They are the largest, most diverse and most educated generation in US history. They grew up fluent in technology that older workers have had to work to adopt. And today, they are changing the way employers think about hiring, training and management.

lanzalotto, jimJim Lanzalotto, senior vice president of staffing and healthcare for Monster Worldwide, understands Generation Y or Millennials, as they are often called. He offers insights into how they think about work, what motivates them and how they define success.

Q: Who are Millennials, and why should employers care?

A: Millennials are the generation born between 1982 and 1998. With the shortage of workers that will be coming when the Baby Boomers retire, this group will become incredibly important. You need to think about Millennials differently: They are unique, and their needs are unique. They want to be in a much more engaged working environment.

How significant are Millennials in the workplace?

They make up the largest portion of the workforce. In 2010, Millennials made up 36% of the workforce. In 2015, it was 45%. By contrast, Generation X was 21% in 2015 and the Baby Boomers 31%.

Millennials are more unique than any other group of workers in American history. They have a different set of needs and require a different level of engagement.

It’s also the most ethnically diverse generation of all time: Baby Boomers are 73% white, while the Millennial generation is 55% white.

How do managers view Millennials in the workforce, and how does this contrast with how Millennials view themselves?

We’ve learned that managers have assumptions about Millennials that the Millennials don’t have of themselves.

For example, 90% of managers believe that Millennials are open to change, but only 72% of Millennials say they are. In addition, 68% of managers think Millennials are confident, but only 46% of Millennials believe that they themselves are confident. And 87% of managers think that Millennials are creative, but only 66% of Millennials agree with that.

The assumption is that these folks are dynamic, swaggering all through their work, but that is not something those of the generation believe. Partly because the managers may be a generation or half a generation removed from the Millennials. They may be looking at some behavior and saying, “That’s not something I would have done at that age – I wouldn’t have been that bold or aggressive.”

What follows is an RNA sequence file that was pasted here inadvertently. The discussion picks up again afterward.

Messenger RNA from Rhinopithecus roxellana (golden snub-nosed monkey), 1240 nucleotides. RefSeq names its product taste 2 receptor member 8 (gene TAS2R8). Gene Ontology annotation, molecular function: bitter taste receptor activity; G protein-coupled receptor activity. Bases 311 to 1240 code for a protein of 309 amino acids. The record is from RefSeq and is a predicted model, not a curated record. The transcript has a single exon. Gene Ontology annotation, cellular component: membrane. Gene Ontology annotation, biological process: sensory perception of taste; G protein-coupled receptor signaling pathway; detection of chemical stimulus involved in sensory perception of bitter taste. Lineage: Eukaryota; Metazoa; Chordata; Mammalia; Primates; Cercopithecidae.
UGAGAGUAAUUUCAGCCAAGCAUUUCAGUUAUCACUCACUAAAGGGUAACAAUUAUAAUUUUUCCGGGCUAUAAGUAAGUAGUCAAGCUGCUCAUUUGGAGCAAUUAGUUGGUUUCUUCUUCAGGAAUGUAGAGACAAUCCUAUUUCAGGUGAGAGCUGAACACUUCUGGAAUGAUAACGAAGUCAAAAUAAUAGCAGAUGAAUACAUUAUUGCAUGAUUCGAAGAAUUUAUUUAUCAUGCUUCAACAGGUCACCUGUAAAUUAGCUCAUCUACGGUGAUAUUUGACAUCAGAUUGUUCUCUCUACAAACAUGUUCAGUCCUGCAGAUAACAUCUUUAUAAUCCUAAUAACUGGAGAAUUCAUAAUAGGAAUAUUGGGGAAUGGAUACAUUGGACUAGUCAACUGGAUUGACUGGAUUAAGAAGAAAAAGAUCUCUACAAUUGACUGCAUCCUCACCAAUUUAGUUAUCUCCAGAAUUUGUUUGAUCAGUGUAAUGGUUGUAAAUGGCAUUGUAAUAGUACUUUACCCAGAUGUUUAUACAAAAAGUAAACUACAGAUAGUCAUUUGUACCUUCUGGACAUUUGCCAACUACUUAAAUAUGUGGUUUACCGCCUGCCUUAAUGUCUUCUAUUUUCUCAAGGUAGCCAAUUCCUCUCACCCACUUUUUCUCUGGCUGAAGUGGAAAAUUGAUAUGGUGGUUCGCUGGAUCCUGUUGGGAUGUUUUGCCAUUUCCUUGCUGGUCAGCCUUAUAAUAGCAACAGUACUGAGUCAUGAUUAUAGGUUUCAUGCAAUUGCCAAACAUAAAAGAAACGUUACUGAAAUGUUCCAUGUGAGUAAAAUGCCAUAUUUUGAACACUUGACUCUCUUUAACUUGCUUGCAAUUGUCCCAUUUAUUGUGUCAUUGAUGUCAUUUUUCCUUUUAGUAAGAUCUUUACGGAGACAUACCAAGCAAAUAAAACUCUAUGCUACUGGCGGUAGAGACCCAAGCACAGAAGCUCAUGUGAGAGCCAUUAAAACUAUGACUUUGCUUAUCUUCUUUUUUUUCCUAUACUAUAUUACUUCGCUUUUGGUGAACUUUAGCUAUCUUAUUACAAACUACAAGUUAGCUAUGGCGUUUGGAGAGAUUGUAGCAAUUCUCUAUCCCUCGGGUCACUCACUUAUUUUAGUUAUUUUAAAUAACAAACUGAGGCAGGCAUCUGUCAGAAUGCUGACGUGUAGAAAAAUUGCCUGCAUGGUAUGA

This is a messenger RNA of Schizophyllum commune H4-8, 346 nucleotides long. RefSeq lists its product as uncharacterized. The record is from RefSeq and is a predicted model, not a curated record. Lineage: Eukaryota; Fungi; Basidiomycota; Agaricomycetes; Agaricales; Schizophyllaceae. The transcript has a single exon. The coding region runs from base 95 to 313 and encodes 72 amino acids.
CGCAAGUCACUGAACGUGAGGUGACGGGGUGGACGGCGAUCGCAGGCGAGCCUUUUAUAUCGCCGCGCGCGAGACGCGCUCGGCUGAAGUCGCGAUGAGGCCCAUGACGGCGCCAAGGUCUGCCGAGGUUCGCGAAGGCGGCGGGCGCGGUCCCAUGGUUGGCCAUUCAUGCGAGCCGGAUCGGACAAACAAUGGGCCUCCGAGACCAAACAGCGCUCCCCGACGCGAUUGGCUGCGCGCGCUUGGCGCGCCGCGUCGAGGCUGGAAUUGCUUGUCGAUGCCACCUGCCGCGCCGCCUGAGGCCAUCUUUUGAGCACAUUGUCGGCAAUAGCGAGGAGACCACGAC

What motivates Millennials in the workforce?

There are a couple of things that really drive them. Spoiler alert: It’s not money. They are driven to do something they love. This personal development outranks salaries and big bonuses.

Almost two-thirds of Millennials said they would rather make $40,000 at a job they love than $100,000 at a job they think is boring. Personal development is the most influential piece.

How do Millennials consume media, and how is that different than other generations?

The average millennial devotes 5.4 hours a day to social media. They check their smart phones 43 times a day. They consume 18 hours of media per day – a lot of that is multitasking, where they may be watching a YouTube video while they’re on Pinterest.

They don’t watch shows live. They stream, and they go back and watch things in a DVR environment. So if you’re an advertiser, how are you going to reach them? At Monster, our job is to attract job seekers and candidates — we focus on places where we can find these workers. Social media is a top priority for us, as are search and other digital media where people are spending their time.

We used to watch tv shows live and in full (there were no other options) — now, Millennials are waiting for the next day and watching the five minutes that they want to see. And how many folks do you see in the workforce who are plugged in and listening to music while working? It’s a different way of working.

Any advice on attracting and retaining Millennials?

Most workers today prefer an environment where they have the opportunity to be creative and collaborative environment. This is not just working on teams, but working in a place where people want to work together to be successful.

They want a flexible work environment – and what’s flexible to you may be different than what’s flexible to me.

For some people it’s working from home one day a week; for others, it’s the “no vacation” policy where I can take time off as I need it. They really want their career to be one of choice, not of desperation, and to make sure their career choice aligns with who they are as a person.

Most Millennials I’ve spoken to want success. Is success equivalent to salary?

It’s being proud of what they do, working for a company that they are proud of and being in an environment where they enjoy the work and the people with whom they work. Together, that means success. Money does matter, to an extent, but it’s not the only factor for this generation.

What do Millennials expect in terms of the hiring and employment process?

At the end of the day they will make the choice of where they want to work based on culture, challenge and who they want to work with. The average worker stays at a job for 4.4 years, but 91% of Millennials expect to stay at their job for less than 3 years.

Your priority should be to engage Gen Y in ways that will maximize their value to your organization. That could mean assigning a project that engages them mentally and emotionally, or it could mean allowing them to feel in control of their future at your organization. If they can take initiative and create something on their own, they’ll be more productive and more valuable to everybody.

Finally, as with many employees, they will want feedback on a regular basis. My recommendation is to put together a mentoring program with senior and junior staff to help bridge the knowledge and experience gap.